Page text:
May 18, 2009
DALLAS (SMU) — SMU has announced that it will work in partnership with
community organizations in helping to rebuild the urban area of West Dallas.
Under plans currently being developed, SMU will partner with Dallas Faith
Communities Coalition and the West Dallas Education Task Force to explore the
area's needs and goals for access to high-quality K-12 schools.
"This effort is part of SMU's commitment to apply the University's resources of
intellect and involvement to make a positive impact on our city, in cooperation
with community groups," said Paul Ludden, SMU provost and vice president for
Discussions with community leaders have involved several SMU deans and other top
officials, as well as faculty with expertise in issues related to urban
University-wide involvement will be possible through SMU's seven schools: Dedman
College of Humanities and Sciences; Cox School of Business; Bobby B. Lyle School
of Engineering; Meadows School of the Arts; Perkins School of Theology, Dedman
School of Law; and the Annette Caldwell Simmons School of Education and Human
Development. This latter school is particularly well suited to draw upon its
expertise, research and training programs in areas ranging from reading to
"Our multidisciplinary approach at the University will allow us to study and
deliberate on how to make the best contribution to the community," said David
Chard, the Leon Simmons dean of the Annette Caldwell Simmons School of Education
and Human Development. "We have great tools at hand, such as assessment and
research, strong academic programs and a dedication to student placements and
SMU, at the recommendation of its Community Engagement Council, will undertake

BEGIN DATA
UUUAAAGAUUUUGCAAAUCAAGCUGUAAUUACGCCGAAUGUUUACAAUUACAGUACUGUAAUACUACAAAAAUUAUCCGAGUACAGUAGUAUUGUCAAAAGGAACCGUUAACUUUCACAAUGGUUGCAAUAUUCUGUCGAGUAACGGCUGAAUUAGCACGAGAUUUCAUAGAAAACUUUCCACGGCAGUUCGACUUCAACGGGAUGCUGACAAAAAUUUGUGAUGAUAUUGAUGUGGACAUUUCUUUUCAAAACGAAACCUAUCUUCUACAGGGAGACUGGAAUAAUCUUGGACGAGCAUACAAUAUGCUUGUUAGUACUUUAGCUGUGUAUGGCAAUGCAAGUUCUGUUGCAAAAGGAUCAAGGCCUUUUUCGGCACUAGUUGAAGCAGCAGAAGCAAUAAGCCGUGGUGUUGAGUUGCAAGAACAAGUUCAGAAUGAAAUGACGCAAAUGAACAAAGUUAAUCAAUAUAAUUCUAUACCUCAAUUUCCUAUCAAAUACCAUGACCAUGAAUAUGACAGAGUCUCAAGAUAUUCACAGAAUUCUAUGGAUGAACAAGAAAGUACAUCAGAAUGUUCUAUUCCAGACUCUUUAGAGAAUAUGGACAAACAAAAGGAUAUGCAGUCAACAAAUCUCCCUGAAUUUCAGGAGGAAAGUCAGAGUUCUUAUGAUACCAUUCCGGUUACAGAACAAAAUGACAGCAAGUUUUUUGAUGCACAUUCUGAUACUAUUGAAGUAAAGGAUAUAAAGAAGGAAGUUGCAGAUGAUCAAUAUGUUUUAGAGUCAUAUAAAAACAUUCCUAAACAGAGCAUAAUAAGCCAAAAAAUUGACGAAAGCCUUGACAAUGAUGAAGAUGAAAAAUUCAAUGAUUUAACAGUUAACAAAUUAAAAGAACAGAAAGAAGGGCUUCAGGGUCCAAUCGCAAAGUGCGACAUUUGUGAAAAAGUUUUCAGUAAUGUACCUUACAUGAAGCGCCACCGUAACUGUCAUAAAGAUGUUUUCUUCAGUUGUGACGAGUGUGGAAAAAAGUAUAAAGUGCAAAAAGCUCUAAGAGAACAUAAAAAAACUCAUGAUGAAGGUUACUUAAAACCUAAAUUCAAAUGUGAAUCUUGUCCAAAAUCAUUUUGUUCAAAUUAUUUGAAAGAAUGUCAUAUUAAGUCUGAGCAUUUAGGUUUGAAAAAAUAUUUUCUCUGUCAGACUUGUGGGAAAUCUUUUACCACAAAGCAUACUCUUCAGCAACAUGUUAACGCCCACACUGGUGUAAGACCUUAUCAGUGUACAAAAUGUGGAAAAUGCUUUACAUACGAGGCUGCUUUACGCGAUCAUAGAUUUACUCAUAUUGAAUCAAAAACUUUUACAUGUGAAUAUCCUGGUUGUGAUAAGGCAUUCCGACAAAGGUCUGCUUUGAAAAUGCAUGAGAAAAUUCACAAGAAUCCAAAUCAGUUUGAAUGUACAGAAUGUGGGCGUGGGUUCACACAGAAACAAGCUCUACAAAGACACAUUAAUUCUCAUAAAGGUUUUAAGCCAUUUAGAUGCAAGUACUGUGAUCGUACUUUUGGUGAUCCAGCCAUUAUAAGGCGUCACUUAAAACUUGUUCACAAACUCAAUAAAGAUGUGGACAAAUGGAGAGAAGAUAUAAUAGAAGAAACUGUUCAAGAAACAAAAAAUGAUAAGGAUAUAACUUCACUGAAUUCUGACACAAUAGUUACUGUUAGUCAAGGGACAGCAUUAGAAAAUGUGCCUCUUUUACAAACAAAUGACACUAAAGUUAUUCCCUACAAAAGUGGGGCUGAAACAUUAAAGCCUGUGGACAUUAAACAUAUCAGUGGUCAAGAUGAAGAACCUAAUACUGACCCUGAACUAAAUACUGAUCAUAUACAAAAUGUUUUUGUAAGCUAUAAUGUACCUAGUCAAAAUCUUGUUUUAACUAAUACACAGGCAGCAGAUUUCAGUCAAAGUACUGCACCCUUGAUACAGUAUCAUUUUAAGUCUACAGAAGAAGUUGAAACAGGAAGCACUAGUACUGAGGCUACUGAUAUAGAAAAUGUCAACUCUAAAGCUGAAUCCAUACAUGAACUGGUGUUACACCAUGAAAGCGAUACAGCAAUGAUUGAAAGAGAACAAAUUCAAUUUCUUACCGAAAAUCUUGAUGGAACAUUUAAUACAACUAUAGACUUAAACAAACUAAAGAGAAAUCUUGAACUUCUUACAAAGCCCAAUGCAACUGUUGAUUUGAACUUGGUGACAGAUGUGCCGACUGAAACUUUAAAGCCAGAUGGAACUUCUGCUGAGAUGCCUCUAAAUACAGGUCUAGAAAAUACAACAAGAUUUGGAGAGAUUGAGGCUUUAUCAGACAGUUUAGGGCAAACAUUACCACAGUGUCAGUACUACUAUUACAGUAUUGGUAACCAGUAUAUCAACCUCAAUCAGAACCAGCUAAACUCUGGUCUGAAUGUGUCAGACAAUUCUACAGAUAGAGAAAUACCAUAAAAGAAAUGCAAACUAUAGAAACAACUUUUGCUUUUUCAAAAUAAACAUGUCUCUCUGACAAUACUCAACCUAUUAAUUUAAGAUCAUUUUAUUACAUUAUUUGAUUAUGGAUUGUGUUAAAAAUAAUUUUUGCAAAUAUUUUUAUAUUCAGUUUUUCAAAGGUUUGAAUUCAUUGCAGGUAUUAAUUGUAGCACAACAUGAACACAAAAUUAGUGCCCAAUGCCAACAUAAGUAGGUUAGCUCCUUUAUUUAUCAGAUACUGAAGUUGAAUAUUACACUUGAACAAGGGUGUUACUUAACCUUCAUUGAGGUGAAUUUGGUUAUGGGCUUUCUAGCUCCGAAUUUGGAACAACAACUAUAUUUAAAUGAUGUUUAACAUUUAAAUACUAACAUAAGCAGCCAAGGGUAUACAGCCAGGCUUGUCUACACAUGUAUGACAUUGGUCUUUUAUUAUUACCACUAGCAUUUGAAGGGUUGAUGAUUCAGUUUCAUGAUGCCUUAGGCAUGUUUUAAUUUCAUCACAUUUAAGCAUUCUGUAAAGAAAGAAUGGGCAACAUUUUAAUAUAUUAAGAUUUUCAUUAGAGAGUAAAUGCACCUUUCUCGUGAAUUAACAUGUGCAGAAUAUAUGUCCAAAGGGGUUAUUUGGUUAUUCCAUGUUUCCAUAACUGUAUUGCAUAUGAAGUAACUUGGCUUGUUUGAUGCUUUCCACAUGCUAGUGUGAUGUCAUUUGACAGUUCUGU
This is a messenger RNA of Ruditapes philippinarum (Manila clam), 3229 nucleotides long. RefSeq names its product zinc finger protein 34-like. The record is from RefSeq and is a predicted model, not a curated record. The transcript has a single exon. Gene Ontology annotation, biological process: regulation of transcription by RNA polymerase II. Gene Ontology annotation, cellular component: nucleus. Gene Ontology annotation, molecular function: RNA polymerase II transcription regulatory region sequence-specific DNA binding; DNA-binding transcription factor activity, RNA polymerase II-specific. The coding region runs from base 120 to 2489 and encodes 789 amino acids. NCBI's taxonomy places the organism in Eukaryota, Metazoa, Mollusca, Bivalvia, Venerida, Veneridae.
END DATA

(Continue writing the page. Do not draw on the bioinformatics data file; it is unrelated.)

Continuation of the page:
further deliberations, studies and dialogue to determine how best to make an
impact. Possibilities include involvement of faculty, staff and students in
community and school activities; collecting and offering best practices for
urban redevelopment; providing learning opportunities in a number of
disciplines, both for students and for teacher training; mentoring and tutoring.
"These activities will also provide outstanding learning experiences for our
students," said Vice President for Student Affairs Lori White, who chairs SMU's
Community Engagement Council with Provost Ludden.
SMU officials took part in a breakfast and discussion May 18 at Dallas City Hall
sponsored by Mayor Tom Leppert, the West Dallas Education Task Force and the
Dallas Faith Communities Coalition.
"We don't yet know exactly what form our involvement will take in West Dallas,"
said Associate Provost Ellen Pryor, a member of SMU's Community Engagement
Council. "But we are very excited about the possibilities that will strengthen
both the campus and the West Dallas community in meaningful ways."
SMU's involvement in West Dallas will be in addition to its existing community
engagement projects with other areas of Dallas, such as Dedman College's
Academic-Community Experience program and house in East Dallas, activities in
Vickery Meadows, college readiness programs available to many DISD schools, and
pro bono legal services in South Dallas and East Dallas, among other programs.
A private university located in the heart of Dallas, SMU is building on the
vision of its founders, who imagined a distinguished center for learning
emerging from the spirit of the city. Today, 11,000 students benefit from the
national opportunities and international reach afforded by the quality of SMU's
seven degree-granting schools.
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